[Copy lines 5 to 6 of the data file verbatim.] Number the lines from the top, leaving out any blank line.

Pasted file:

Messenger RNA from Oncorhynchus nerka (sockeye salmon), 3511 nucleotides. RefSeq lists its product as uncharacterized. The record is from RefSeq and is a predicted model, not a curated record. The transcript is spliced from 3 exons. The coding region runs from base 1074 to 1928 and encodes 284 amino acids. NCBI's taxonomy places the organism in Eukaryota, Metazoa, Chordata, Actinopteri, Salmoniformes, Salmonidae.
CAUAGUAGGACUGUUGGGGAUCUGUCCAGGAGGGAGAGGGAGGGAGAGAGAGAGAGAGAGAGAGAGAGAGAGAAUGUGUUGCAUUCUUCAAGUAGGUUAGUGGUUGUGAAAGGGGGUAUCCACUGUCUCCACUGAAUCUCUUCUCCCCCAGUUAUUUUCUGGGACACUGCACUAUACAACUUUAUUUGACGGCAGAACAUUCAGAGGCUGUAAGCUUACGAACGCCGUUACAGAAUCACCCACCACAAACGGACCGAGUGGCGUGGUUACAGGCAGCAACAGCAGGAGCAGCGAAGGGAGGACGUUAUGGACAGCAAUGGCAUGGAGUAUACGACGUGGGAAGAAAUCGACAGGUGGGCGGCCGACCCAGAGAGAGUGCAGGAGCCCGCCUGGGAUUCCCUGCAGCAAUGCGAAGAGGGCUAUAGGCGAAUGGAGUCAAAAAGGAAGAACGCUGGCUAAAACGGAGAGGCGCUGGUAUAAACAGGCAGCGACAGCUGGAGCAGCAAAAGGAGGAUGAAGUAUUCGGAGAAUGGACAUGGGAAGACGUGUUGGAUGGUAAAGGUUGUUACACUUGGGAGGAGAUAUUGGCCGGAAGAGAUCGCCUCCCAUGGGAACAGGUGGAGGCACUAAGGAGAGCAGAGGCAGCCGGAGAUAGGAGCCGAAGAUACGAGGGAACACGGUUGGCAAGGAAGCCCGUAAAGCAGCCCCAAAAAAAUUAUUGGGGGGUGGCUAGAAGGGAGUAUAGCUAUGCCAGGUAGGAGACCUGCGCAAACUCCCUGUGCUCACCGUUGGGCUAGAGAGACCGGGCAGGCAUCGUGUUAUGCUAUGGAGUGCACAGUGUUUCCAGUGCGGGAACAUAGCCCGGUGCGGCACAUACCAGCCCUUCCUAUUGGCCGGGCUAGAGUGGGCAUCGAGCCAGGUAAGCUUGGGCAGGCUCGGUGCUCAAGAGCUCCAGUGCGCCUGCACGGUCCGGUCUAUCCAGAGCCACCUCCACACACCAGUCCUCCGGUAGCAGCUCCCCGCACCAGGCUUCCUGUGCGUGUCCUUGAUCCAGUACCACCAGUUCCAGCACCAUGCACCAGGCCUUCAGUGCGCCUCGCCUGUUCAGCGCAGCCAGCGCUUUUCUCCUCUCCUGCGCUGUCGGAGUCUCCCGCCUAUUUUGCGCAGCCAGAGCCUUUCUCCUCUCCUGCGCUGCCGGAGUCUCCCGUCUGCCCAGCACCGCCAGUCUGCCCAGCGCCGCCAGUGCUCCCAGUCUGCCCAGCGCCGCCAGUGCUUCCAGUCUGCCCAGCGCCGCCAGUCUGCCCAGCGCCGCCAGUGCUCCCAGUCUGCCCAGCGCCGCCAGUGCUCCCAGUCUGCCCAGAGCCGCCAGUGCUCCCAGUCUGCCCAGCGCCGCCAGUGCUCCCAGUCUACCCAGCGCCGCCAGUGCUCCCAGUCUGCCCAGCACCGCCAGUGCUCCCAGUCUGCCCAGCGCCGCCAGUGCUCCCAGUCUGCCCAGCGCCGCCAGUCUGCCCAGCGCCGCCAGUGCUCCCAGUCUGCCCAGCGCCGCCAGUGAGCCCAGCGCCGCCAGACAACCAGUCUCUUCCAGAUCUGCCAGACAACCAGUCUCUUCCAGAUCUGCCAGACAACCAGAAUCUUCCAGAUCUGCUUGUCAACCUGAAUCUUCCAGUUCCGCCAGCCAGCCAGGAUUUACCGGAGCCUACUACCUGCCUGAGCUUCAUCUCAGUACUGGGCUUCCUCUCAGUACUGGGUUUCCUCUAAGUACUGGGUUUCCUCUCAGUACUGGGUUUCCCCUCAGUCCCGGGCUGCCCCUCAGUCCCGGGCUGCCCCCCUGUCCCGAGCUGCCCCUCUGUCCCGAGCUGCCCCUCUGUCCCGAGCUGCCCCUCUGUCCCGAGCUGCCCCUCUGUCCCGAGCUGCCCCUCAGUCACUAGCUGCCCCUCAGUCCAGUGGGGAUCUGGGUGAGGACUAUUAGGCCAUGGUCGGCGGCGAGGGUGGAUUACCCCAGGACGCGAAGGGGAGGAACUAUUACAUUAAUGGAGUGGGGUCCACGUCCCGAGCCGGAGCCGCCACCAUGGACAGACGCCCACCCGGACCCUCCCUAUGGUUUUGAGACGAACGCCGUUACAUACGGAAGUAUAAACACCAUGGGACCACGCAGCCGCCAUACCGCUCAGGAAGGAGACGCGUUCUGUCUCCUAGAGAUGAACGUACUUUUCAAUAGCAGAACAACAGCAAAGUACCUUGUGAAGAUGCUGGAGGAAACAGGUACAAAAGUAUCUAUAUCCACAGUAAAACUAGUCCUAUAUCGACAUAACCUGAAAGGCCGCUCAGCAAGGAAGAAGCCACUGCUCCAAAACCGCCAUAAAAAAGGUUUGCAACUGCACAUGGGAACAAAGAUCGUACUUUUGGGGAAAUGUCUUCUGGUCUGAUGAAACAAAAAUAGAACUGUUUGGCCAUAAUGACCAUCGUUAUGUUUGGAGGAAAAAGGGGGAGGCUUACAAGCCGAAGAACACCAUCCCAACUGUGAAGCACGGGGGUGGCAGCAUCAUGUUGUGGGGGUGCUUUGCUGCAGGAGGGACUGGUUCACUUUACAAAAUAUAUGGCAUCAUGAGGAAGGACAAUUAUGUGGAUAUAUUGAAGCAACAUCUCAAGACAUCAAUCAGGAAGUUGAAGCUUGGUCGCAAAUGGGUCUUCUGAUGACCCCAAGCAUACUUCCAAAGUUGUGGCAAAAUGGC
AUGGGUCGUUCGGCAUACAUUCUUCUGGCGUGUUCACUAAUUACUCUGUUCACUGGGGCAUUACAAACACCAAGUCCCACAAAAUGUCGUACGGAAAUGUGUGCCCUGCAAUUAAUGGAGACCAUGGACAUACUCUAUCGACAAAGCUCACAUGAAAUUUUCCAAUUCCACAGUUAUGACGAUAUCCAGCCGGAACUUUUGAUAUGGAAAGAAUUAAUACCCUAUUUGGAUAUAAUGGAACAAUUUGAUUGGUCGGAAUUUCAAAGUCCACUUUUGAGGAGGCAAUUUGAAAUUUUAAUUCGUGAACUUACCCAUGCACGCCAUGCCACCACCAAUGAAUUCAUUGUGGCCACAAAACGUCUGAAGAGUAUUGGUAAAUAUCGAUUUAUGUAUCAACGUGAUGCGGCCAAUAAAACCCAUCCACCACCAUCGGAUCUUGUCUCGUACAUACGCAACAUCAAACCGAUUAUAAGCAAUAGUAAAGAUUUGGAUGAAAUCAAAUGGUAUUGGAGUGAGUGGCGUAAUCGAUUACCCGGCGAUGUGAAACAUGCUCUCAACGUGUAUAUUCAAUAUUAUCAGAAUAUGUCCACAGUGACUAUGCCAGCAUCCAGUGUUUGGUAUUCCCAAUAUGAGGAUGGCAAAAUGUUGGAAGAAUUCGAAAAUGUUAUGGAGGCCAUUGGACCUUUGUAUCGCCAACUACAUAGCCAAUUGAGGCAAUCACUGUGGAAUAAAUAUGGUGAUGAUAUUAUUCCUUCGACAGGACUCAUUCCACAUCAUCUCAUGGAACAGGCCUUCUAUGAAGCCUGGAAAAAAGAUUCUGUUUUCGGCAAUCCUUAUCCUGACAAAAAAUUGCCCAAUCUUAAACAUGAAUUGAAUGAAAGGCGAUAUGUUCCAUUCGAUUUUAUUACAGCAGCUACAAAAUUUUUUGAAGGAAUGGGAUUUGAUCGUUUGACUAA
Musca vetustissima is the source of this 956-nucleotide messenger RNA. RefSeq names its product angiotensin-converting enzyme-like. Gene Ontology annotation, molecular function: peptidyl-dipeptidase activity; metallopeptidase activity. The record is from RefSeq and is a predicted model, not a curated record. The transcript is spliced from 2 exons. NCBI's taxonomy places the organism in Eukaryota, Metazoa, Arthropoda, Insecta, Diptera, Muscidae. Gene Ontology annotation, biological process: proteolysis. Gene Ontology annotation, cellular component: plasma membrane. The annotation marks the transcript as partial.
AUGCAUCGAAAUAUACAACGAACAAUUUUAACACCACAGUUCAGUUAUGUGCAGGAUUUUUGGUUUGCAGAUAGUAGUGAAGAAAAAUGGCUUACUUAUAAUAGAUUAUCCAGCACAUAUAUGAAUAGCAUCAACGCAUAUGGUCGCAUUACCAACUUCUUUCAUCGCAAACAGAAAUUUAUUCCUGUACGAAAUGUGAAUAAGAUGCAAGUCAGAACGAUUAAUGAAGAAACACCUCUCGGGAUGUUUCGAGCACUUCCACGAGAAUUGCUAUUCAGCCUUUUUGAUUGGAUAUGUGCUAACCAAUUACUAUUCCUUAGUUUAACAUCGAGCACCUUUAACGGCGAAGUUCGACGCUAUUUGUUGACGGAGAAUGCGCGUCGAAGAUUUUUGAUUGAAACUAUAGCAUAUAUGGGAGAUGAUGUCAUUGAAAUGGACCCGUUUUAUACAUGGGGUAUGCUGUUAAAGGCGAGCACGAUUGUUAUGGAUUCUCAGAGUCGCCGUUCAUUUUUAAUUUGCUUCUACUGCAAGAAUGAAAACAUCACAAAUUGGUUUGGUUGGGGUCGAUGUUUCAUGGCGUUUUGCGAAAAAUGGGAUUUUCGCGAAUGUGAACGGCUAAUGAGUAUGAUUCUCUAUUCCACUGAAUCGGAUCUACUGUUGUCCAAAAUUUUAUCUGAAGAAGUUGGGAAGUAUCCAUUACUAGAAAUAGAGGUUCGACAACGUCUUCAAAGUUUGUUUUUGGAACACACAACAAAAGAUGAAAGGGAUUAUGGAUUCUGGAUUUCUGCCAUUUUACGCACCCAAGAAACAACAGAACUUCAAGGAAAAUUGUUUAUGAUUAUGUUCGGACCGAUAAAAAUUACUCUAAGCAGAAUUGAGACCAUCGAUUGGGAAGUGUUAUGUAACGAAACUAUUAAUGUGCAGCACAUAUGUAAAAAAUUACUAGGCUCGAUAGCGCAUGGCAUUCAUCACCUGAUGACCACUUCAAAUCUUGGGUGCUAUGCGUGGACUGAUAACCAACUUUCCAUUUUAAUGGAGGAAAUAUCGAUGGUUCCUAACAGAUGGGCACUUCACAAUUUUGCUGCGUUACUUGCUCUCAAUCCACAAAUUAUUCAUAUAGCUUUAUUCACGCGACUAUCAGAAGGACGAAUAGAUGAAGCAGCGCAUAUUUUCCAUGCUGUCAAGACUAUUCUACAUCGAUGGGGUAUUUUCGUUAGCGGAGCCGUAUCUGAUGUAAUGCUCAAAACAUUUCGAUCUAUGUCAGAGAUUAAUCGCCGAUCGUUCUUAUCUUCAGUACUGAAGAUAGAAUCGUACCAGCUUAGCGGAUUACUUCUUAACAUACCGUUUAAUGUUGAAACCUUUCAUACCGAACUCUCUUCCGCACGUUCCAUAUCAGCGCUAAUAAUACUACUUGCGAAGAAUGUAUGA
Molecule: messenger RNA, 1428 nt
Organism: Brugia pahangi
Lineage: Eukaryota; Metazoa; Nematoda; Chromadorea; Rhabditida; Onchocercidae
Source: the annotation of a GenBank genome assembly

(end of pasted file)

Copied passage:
AUGCAUCGAAAUAUACAACGAACAAUUUUAACACCACAGUUCAGUUAUGUGCAGGAUUUUUGGUUUGCAGAUAGUAGUGAAGAAAAAUGGCUUACUUAUAAUAGAUUAUCCAGCACAUAUAUGAAUAGCAUCAACGCAUAUGGUCGCAUUACCAACUUCUUUCAUCGCAAACAGAAAUUUAUUCCUGUACGAAAUGUGAAUAAGAUGCAAGUCAGAACGAUUAAUGAAGAAACACCUCUCGGGAUGUUUCGAGCACUUCCACGAGAAUUGCUAUUCAGCCUUUUUGAUUGGAUAUGUGCUAACCAAUUACUAUUCCUUAGUUUAACAUCGAGCACCUUUAACGGCGAAGUUCGACGCUAUUUGUUGACGGAGAAUGCGCGUCGAAGAUUUUUGAUUGAAACUAUAGCAUAUAUGGGAGAUGAUGUCAUUGAAAUGGACCCGUUUUAUACAUGGGGUAUGCUGUUAAAGGCGAGCACGAUUGUUAUGGAUUCUCAGAGUCGCCGUUCAUUUUUAAUUUGCUUCUACUGCAAGAAUGAAAACAUCACAAAUUGGUUUGGUUGGGGUCGAUGUUUCAUGGCGUUUUGCGAAAAAUGGGAUUUUCGCGAAUGUGAACGGCUAAUGAGUAUGAUUCUCUAUUCCACUGAAUCGGAUCUACUGUUGUCCAAAAUUUUAUCUGAAGAAGUUGGGAAGUAUCCAUUACUAGAAAUAGAGGUUCGACAACGUCUUCAAAGUUUGUUUUUGGAACACACAACAAAAGAUGAAAGGGAUUAUGGAUUCUGGAUUUCUGCCAUUUUACGCACCCAAGAAACAACAGAACUUCAAGGAAAAUUGUUUAUGAUUAUGUUCGGACCGAUAAAAAUUACUCUAAGCAGAAUUGAGACCAUCGAUUGGGAAGUGUUAUGUAACGAAACUAUUAAUGUGCAGCACAUAUGUAAAAAAUUACUAGGCUCGAUAGCGCAUGGCAUUCAUCACCUGAUGACCACUUCAAAUCUUGGGUGCUAUGCGUGGACUGAUAACCAACUUUCCAUUUUAAUGGAGGAAAUAUCGAUGGUUCCUAACAGAUGGGCACUUCACAAUUUUGCUGCGUUACUUGCUCUCAAUCCACAAAUUAUUCAUAUAGCUUUAUUCACGCGACUAUCAGAAGGACGAAUAGAUGAAGCAGCGCAUAUUUUCCAUGCUGUCAAGACUAUUCUACAUCGAUGGGGUAUUUUCGUUAGCGGAGCCGUAUCUGAUGUAAUGCUCAAAACAUUUCGAUCUAUGUCAGAGAUUAAUCGCCGAUCGUUCUUAUCUUCAGUACUGAAGAUAGAAUCGUACCAGCUUAGCGGAUUACUUCUUAACAUACCGUUUAAUGUUGAAACCUUUCAUACCGAACUCUCUUCCGCACGUUCCAUAUCAGCGCUAAUAAUACUACUUGCGAAGAAUGUAUGA
Molecule: messenger RNA, 1428 nt